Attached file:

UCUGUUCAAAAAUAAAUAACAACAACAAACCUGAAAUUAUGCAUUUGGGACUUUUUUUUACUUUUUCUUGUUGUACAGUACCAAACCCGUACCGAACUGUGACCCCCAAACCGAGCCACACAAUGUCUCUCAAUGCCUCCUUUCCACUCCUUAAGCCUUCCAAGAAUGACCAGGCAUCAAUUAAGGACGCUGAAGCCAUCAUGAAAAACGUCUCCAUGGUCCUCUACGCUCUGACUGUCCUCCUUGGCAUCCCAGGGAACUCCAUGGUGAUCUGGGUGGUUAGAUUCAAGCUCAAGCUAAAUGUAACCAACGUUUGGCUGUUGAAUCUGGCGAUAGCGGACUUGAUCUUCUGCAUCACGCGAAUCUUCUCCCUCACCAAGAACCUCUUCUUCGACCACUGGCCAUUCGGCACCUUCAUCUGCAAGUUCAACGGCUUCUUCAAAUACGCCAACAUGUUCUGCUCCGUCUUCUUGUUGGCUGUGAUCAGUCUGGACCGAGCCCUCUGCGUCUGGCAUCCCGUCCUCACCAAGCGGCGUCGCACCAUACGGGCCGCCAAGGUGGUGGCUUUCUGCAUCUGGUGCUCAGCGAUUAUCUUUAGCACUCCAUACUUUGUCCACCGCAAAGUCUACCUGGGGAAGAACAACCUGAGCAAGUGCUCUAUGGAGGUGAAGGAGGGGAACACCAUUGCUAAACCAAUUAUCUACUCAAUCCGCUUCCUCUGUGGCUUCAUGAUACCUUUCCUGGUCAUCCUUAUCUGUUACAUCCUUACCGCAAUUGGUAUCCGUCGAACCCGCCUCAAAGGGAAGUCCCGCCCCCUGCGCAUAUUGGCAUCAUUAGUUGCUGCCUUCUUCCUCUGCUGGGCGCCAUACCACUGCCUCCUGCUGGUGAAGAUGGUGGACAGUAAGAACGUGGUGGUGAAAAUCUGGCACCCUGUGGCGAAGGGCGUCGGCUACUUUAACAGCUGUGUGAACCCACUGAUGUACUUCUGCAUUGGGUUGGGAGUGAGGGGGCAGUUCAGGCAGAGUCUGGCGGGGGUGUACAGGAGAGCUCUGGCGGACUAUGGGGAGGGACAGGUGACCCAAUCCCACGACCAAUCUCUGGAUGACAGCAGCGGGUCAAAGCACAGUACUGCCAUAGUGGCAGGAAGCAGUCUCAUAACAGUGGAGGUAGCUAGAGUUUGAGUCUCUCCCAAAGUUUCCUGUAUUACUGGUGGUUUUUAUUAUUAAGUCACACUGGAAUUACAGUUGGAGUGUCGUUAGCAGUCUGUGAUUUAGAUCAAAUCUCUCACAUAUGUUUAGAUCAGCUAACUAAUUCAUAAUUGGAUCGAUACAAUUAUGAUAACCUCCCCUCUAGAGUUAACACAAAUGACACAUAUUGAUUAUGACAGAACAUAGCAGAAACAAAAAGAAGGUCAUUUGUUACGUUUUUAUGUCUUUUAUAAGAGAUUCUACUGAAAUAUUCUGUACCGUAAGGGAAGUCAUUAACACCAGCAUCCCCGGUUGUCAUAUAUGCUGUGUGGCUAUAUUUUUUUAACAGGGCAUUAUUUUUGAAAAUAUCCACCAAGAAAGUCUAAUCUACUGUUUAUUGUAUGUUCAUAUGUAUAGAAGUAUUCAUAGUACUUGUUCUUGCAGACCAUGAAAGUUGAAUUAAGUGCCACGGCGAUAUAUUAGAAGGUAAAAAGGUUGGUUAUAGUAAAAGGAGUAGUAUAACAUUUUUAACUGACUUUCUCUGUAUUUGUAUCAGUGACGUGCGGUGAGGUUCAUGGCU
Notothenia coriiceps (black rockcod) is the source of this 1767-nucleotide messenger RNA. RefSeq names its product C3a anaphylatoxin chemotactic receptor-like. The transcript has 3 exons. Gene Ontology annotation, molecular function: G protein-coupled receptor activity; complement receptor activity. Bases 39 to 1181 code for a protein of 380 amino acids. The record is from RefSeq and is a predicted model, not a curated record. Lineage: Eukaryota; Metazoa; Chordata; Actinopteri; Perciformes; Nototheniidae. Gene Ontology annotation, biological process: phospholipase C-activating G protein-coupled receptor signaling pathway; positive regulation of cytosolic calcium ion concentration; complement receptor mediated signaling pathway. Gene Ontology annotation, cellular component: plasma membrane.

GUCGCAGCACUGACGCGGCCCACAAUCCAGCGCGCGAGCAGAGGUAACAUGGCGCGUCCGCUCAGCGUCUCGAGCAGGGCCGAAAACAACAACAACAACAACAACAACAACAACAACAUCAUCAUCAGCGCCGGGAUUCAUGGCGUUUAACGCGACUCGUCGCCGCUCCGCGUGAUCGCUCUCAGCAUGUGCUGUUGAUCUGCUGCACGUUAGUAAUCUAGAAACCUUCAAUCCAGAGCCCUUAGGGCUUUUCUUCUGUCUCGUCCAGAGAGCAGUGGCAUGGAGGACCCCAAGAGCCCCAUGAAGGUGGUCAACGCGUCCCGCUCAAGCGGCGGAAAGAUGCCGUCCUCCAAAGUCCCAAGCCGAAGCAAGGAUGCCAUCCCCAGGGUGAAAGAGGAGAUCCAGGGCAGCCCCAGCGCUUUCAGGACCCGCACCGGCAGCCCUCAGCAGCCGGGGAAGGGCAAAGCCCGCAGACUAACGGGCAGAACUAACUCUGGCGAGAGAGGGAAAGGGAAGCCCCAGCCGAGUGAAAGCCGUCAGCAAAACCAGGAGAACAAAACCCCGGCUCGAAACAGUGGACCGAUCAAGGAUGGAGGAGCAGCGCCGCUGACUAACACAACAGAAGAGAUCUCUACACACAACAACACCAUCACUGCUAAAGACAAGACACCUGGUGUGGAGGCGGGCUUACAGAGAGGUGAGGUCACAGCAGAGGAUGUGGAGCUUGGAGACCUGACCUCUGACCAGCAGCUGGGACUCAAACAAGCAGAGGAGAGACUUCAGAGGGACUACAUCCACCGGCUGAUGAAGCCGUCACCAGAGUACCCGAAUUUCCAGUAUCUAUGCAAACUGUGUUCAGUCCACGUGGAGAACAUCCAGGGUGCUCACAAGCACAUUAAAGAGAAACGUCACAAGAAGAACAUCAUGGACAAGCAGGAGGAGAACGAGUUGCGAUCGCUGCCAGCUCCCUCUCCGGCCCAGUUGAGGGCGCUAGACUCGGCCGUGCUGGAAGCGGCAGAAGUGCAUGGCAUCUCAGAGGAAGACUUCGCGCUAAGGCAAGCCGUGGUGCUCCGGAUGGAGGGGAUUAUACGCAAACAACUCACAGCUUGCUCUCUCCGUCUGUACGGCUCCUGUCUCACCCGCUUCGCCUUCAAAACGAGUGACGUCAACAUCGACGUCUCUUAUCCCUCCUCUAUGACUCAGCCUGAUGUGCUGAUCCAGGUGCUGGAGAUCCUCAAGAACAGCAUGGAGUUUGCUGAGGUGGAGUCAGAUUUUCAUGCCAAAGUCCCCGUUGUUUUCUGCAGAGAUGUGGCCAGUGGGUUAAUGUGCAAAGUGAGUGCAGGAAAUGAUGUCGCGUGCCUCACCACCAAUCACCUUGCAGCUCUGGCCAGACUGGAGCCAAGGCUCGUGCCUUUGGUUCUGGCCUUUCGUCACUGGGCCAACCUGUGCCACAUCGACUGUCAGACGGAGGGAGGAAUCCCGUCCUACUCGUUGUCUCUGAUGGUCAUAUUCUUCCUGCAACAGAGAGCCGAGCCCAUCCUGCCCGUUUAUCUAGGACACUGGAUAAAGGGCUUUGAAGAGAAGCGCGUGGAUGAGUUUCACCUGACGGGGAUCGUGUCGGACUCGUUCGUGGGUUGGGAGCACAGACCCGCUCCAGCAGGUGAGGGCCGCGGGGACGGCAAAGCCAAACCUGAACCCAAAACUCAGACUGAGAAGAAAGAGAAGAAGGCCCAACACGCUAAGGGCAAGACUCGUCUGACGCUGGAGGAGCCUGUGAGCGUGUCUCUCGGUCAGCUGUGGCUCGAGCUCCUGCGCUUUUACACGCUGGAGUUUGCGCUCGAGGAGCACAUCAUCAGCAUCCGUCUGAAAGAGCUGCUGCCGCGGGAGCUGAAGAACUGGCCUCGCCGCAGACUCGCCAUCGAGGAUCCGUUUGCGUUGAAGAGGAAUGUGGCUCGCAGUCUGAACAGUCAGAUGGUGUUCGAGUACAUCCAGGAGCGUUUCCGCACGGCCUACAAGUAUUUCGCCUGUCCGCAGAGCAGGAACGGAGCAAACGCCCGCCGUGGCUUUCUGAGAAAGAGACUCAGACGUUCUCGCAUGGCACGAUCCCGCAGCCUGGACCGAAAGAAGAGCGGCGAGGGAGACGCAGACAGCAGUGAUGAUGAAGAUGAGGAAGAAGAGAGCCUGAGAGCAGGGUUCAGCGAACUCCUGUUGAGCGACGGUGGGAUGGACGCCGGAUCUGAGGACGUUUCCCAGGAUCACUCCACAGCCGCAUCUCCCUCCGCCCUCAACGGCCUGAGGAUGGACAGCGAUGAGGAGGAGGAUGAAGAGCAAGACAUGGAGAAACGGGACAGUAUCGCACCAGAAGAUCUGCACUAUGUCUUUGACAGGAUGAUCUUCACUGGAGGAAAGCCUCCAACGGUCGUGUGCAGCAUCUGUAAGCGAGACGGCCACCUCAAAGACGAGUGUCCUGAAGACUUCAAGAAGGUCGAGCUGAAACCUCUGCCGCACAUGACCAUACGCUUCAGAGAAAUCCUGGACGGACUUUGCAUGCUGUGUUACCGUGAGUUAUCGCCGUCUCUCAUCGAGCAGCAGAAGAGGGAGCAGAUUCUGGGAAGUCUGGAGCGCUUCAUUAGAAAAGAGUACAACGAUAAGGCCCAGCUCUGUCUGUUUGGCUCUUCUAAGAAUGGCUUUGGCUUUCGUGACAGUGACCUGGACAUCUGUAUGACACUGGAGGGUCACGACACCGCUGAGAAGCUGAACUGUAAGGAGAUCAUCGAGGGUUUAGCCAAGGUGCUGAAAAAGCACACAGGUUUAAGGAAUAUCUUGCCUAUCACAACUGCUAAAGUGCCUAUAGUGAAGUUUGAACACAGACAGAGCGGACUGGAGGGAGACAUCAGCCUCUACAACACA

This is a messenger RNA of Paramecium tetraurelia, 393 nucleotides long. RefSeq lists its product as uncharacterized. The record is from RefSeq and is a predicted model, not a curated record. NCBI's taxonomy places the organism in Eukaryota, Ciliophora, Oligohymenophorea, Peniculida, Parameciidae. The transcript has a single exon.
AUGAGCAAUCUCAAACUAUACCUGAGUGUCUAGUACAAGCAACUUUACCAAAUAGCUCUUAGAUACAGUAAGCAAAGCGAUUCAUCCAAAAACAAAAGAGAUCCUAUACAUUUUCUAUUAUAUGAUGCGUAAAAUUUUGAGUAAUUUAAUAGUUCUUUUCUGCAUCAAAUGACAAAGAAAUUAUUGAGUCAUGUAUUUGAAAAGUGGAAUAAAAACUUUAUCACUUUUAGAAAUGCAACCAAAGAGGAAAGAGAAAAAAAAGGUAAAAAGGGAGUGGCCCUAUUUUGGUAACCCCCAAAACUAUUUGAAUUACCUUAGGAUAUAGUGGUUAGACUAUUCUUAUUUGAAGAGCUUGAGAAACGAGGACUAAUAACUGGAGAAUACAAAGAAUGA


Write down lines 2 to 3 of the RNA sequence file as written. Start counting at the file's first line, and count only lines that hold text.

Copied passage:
Notothenia coriiceps (black rockcod) is the source of this 1767-nucleotide messenger RNA. RefSeq names its product C3a anaphylatoxin chemotactic receptor-like. The transcript has 3 exons. Gene Ontology annotation, molecular function: G protein-coupled receptor activity; complement receptor activity. Bases 39 to 1181 code for a protein of 380 amino acids. The record is from RefSeq and is a predicted model, not a curated record. Lineage: Eukaryota; Metazoa; Chordata; Actinopteri; Perciformes; Nototheniidae. Gene Ontology annotation, biological process: phospholipase C-activating G protein-coupled receptor signaling pathway; positive regulation of cytosolic calcium ion concentration; complement receptor mediated signaling pathway. Gene Ontology annotation, cellular component: plasma membrane.

GUCGCAGCACUGACGCGGCCCACAAUCCAGCGCGCGAGCAGAGGUAACAUGGCGCGUCCGCUCAGCGUCUCGAGCAGGGCCGAAAACAACAACAACAACAACAACAACAACAACAACAUCAUCAUCAGCGCCGGGAUUCAUGGCGUUUAACGCGACUCGUCGCCGCUCCGCGUGAUCGCUCUCAGCAUGUGCUGUUGAUCUGCUGCACGUUAGUAAUCUAGAAACCUUCAAUCCAGAGCCCUUAGGGCUUUUCUUCUGUCUCGUCCAGAGAGCAGUGGCAUGGAGGACCCCAAGAGCCCCAUGAAGGUGGUCAACGCGUCCCGCUCAAGCGGCGGAAAGAUGCCGUCCUCCAAAGUCCCAAGCCGAAGCAAGGAUGCCAUCCCCAGGGUGAAAGAGGAGAUCCAGGGCAGCCCCAGCGCUUUCAGGACCCGCACCGGCAGCCCUCAGCAGCCGGGGAAGGGCAAAGCCCGCAGACUAACGGGCAGAACUAACUCUGGCGAGAGAGGGAAAGGGAAGCCCCAGCCGAGUGAAAGCCGUCAGCAAAACCAGGAGAACAAAACCCCGGCUCGAAACAGUGGACCGAUCAAGGAUGGAGGAGCAGCGCCGCUGACUAACACAACAGAAGAGAUCUCUACACACAACAACACCAUCACUGCUAAAGACAAGACACCUGGUGUGGAGGCGGGCUUACAGAGAGGUGAGGUCACAGCAGAGGAUGUGGAGCUUGGAGACCUGACCUCUGACCAGCAGCUGGGACUCAAACAAGCAGAGGAGAGACUUCAGAGGGACUACAUCCACCGGCUGAUGAAGCCGUCACCAGAGUACCCGAAUUUCCAGUAUCUAUGCAAACUGUGUUCAGUCCACGUGGAGAACAUCCAGGGUGCUCACAAGCACAUUAAAGAGAAACGUCACAAGAAGAACAUCAUGGACAAGCAGGAGGAGAACGAGUUGCGAUCGCUGCCAGCUCCCUCUCCGGCCCAGUUGAGGGCGCUAGACUCGGCCGUGCUGGAAGCGGCAGAAGUGCAUGGCAUCUCAGAGGAAGACUUCGCGCUAAGGCAAGCCGUGGUGCUCCGGAUGGAGGGGAUUAUACGCAAACAACUCACAGCUUGCUCUCUCCGUCUGUACGGCUCCUGUCUCACCCGCUUCGCCUUCAAAACGAGUGACGUCAACAUCGACGUCUCUUAUCCCUCCUCUAUGACUCAGCCUGAUGUGCUGAUCCAGGUGCUGGAGAUCCUCAAGAACAGCAUGGAGUUUGCUGAGGUGGAGUCAGAUUUUCAUGCCAAAGUCCCCGUUGUUUUCUGCAGAGAUGUGGCCAGUGGGUUAAUGUGCAAAGUGAGUGCAGGAAAUGAUGUCGCGUGCCUCACCACCAAUCACCUUGCAGCUCUGGCCAGACUGGAGCCAAGGCUCGUGCCUUUGGUUCUGGCCUUUCGUCACUGGGCCAACCUGUGCCACAUCGACUGUCAGACGGAGGGAGGAAUCCCGUCCUACUCGUUGUCUCUGAUGGUCAUAUUCUUCCUGCAACAGAGAGCCGAGCCCAUCCUGCCCGUUUAUCUAGGACACUGGAUAAAGGGCUUUGAAGAGAAGCGCGUGGAUGAGUUUCACCUGACGGGGAUCGUGUCGGACUCGUUCGUGGGUUGGGAGCACAGACCCGCUCCAGCAGGUGAGGGCCGCGGGGACGGCAAAGCCAAACCUGAACCCAAAACUCAGACUGAGAAGAAAGAGAAGAAGGCCCAACACGCUAAGGGCAAGACUCGUCUGACGCUGGAGGAGCCUGUGAGCGUGUCUCUCGGUCAGCUGUGGCUCGAGCUCCUGCGCUUUUACACGCUGGAGUUUGCGCUCGAGGAGCACAUCAUCAGCAUCCGUCUGAAAGAGCUGCUGCCGCGGGAGCUGAAGAACUGGCCUCGCCGCAGACUCGCCAUCGAGGAUCCGUUUGCGUUGAAGAGGAAUGUGGCUCGCAGUCUGAACAGUCAGAUGGUGUUCGAGUACAUCCAGGAGCGUUUCCGCACGGCCUACAAGUAUUUCGCCUGUCCGCAGAGCAGGAACGGAGCAAACGCCCGCCGUGGCUUUCUGAGAAAGAGACUCAGACGUUCUCGCAUGGCACGAUCCCGCAGCCUGGACCGAAAGAAGAGCGGCGAGGGAGACGCAGACAGCAGUGAUGAUGAAGAUGAGGAAGAAGAGAGCCUGAGAGCAGGGUUCAGCGAACUCCUGUUGAGCGACGGUGGGAUGGACGCCGGAUCUGAGGACGUUUCCCAGGAUCACUCCACAGCCGCAUCUCCCUCCGCCCUCAACGGCCUGAGGAUGGACAGCGAUGAGGAGGAGGAUGAAGAGCAAGACAUGGAGAAACGGGACAGUAUCGCACCAGAAGAUCUGCACUAUGUCUUUGACAGGAUGAUCUUCACUGGAGGAAAGCCUCCAACGGUCGUGUGCAGCAUCUGUAAGCGAGACGGCCACCUCAAAGACGAGUGUCCUGAAGACUUCAAGAAGGUCGAGCUGAAACCUCUGCCGCACAUGACCAUACGCUUCAGAGAAAUCCUGGACGGACUUUGCAUGCUGUGUUACCGUGAGUUAUCGCCGUCUCUCAUCGAGCAGCAGAAGAGGGAGCAGAUUCUGGGAAGUCUGGAGCGCUUCAUUAGAAAAGAGUACAACGAUAAGGCCCAGCUCUGUCUGUUUGGCUCUUCUAAGAAUGGCUUUGGCUUUCGUGACAGUGACCUGGACAUCUGUAUGACACUGGAGGGUCACGACACCGCUGAGAAGCUGAACUGUAAGGAGAUCAUCGAGGGUUUAGCCAAGGUGCUGAAAAAGCACACAGGUUUAAGGAAUAUCUUGCCUAUCACAACUGCUAAAGUGCCUAUAGUGAAGUUUGAACACAGACAGAGCGGACUGGAGGGAGACAUCAGCCUCUACAACACA